A consummate showman, Mr. Springsteen made every moment count, with amusing banter addressed at TV cameras, pared-down arrangements and smoothly plotted segues; he and the band were in synch with both the play-clock and a sky-filling pyrotechnic display.
The tongue-in-cheek band biography "Tenth Avenue Freeze-Out" opened the segment. During the song, on which the E Street band was bulked out with a full horn section, Mr. Springsteen turned one of his patented stage moves -- a sprinting knee slide -- into a gridiron-appropriate collision with a cameraman.
"Born to Run" came next. Mr. Springsteen left the second verse on the sidelines, but it hardly mattered: The song is one of the most reliable adrenaline-stokers in rock history, and Mr. Springsteen and the band delivered it as though they'd been on stage for hours and sweating through a characteristically dramatic encore.
Mr. Springsteen chose to use the third slot to promote the title track of the just-released Working on a Dream album. Production-wise, it was the showbiz-iest moment of the set, with a berobed gospel choir and the on-field audience hoisting twinkly glow-sticks.
The band closed with the beloved E Street hit "Glory Days." The baseball references of the original were retrofitted for the pertinent pigskin pastime: I had a friend, was a big football player / back in high school / He could throw that Hail Mary / make you look like a fool.
Mr. Springsteen and longtime pal-turned-"Sopranos"-star Steven Van Zandt hammed up the final minute, pretending to be in a John Elway-worthy final drive against time. A National Football League referee appeared to toss a penalty flag -- a contrived gag, but, at that point, no one was complaining.
Those reviews are all very positive. However, not everyone is on board with them.
Bruce Springsteen knew what he was competing with as he took the instant stage set up Sunday at halftime of the Super Bowl.
“Step away from the guacamole dip,” he commanded the national television audience. Not the finest line in Springsteen lore. And then came a mix of Springsteen at his best -- and worst.
Super Bowl halftime entertainers, once an afterthought, are now part of the NFL sales team. Springsteen, who once wouldn’t have been caught dead performing an event sponsored by a multinational tire manufacturer while being squeezed between television ads, was in an affable, we’re-here-to-entertain mood with his E Street Band.
“Is there anybody alive out there?” he shouted, then tried to squeeze three hours of a typical high-energy Springsteen concert into 12 minutes.
Springsteen’s music has taken on a political dimension over the years, but that aspect of his art was muted in favor of a more celebratory performance. Springsteen said as much in pre-game comments when he described the game as a “big party,” and he came to please.
...The performances bristled with energy, even if Springsteen was a bit breathless and clearly not up to nailing the high notes.
Then came a truncated “Working on a Dream” with a gospel choir, an advertisement for his latest album. He closed with “Glory Days,” the singer camping it up as he worked a bunch of football references into the song about a washed-up baseball player. The set bottomed out when a performer popped on-stage wearing a football referee’s uniform and signaled “penalties” while the singer and Steve Van Zandt shared vocals. Do they hand out 15-yard penalties for shameless jive?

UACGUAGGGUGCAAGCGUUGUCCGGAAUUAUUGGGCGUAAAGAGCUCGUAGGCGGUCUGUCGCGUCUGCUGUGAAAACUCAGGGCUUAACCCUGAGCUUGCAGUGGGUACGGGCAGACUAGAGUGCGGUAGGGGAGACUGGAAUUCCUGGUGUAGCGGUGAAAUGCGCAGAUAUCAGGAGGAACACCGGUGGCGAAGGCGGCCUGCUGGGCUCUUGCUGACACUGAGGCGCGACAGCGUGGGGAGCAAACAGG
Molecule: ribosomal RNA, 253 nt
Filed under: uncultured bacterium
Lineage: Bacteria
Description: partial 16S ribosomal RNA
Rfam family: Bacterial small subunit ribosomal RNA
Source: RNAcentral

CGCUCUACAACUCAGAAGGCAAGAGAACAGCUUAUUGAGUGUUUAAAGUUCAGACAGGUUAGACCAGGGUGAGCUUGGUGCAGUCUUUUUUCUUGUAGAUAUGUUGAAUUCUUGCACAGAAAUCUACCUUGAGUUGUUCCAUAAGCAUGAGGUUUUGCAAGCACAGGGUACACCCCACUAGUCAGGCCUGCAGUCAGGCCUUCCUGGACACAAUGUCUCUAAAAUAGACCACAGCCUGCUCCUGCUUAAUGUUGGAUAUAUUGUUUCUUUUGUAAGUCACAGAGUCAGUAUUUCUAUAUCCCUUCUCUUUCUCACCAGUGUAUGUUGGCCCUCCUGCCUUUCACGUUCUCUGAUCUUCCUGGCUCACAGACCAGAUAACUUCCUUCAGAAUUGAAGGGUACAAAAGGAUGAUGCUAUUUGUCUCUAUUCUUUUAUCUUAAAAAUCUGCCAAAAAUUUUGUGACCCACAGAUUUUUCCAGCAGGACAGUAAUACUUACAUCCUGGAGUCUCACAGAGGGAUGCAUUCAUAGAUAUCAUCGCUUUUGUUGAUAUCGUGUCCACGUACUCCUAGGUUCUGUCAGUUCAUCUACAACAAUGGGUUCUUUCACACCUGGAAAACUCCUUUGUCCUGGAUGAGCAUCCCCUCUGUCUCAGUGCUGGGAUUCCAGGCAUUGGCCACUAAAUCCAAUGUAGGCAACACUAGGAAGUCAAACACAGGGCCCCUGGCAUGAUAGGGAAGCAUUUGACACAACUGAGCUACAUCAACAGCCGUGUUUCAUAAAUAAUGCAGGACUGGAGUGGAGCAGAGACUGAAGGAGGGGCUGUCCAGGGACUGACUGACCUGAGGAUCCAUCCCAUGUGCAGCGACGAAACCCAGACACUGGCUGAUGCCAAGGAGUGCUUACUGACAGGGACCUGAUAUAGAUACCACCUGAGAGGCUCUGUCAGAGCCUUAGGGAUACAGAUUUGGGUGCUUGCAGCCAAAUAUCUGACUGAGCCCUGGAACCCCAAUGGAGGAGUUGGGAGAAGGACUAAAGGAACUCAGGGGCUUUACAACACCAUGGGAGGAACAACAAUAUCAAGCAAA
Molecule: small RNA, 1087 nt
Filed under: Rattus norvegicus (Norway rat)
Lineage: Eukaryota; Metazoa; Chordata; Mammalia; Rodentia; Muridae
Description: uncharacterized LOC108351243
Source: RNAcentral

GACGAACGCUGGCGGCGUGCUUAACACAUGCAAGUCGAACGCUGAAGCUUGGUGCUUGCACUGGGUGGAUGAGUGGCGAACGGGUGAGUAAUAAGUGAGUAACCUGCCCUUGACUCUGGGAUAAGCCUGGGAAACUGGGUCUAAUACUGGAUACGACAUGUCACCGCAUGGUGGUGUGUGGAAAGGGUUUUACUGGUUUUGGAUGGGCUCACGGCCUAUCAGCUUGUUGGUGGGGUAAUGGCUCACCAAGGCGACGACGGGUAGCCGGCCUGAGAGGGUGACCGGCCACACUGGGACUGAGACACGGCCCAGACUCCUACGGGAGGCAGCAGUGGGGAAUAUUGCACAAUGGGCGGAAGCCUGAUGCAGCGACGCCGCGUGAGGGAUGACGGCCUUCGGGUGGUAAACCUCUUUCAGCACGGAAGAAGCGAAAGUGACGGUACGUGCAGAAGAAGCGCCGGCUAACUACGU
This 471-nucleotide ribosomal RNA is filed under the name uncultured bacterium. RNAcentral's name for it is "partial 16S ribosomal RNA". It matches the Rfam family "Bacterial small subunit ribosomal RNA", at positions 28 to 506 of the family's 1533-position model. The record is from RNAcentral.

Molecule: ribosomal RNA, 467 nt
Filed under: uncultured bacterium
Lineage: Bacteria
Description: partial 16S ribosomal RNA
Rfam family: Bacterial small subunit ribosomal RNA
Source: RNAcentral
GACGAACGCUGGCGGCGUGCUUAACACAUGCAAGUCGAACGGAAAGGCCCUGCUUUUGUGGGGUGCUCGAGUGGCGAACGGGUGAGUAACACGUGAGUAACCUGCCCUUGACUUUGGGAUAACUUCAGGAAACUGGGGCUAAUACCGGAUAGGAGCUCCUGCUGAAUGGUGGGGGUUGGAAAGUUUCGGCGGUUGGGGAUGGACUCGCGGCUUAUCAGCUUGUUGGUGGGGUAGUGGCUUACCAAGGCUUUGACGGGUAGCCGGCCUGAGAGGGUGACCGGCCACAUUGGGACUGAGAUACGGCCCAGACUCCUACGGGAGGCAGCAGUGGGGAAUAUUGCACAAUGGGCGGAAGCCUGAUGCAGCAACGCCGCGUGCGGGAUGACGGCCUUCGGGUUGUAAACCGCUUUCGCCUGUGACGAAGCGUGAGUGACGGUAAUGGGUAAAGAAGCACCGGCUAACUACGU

It was an example of Springsteen’s humor at its cheesiest; perhaps entertaining to an audience who would just as soon be dipping into the guacamole, but a letdown for fans who expected a more convincing musical statement from one of the greatest live performers of the last three decades. This was Springsteen as song-and-dance man, an accomplished artist reduced to pandering.
Yes, Greg was not impressed, not happy at all. He's really quite a whiner.
I bet Greg isn't much of a party guy. I think he should lighten up a bit.
Todd Martens, Los Angeles Times, would probably get along well with Greg Kot. He, too, wasn't buying what Springsteen was selling.
In the post Nipplegate-era of halftime entertainment, that's just the way the NFL likes it. No risks, no surprises and nothing that's going to slow the momentum of one of the biggest rah-rah moments on American television. Oh, and keep the new stuff to a minimum.
Springsteen got in a couple verses of the title track off his album, but it was straight into "Glory Days" just as the crowd was warming up to the cut's gospel groove. When you have 12 minutes, better go keep them wanting more, especially when dabbling with the unfamiliar.
It was apparent that Springsteen and the E Street Band -- introduced as "booty-shaking" in a pre-taped reel of NFL personalities -- understood the game from the moment the performance started. "Step back from the guacamole dip," Springsteen yelled through gritted teeth. He then followed it up with this impassioned order: "Put! The! Chicken! Fingers! Doooowwwwwwwn!"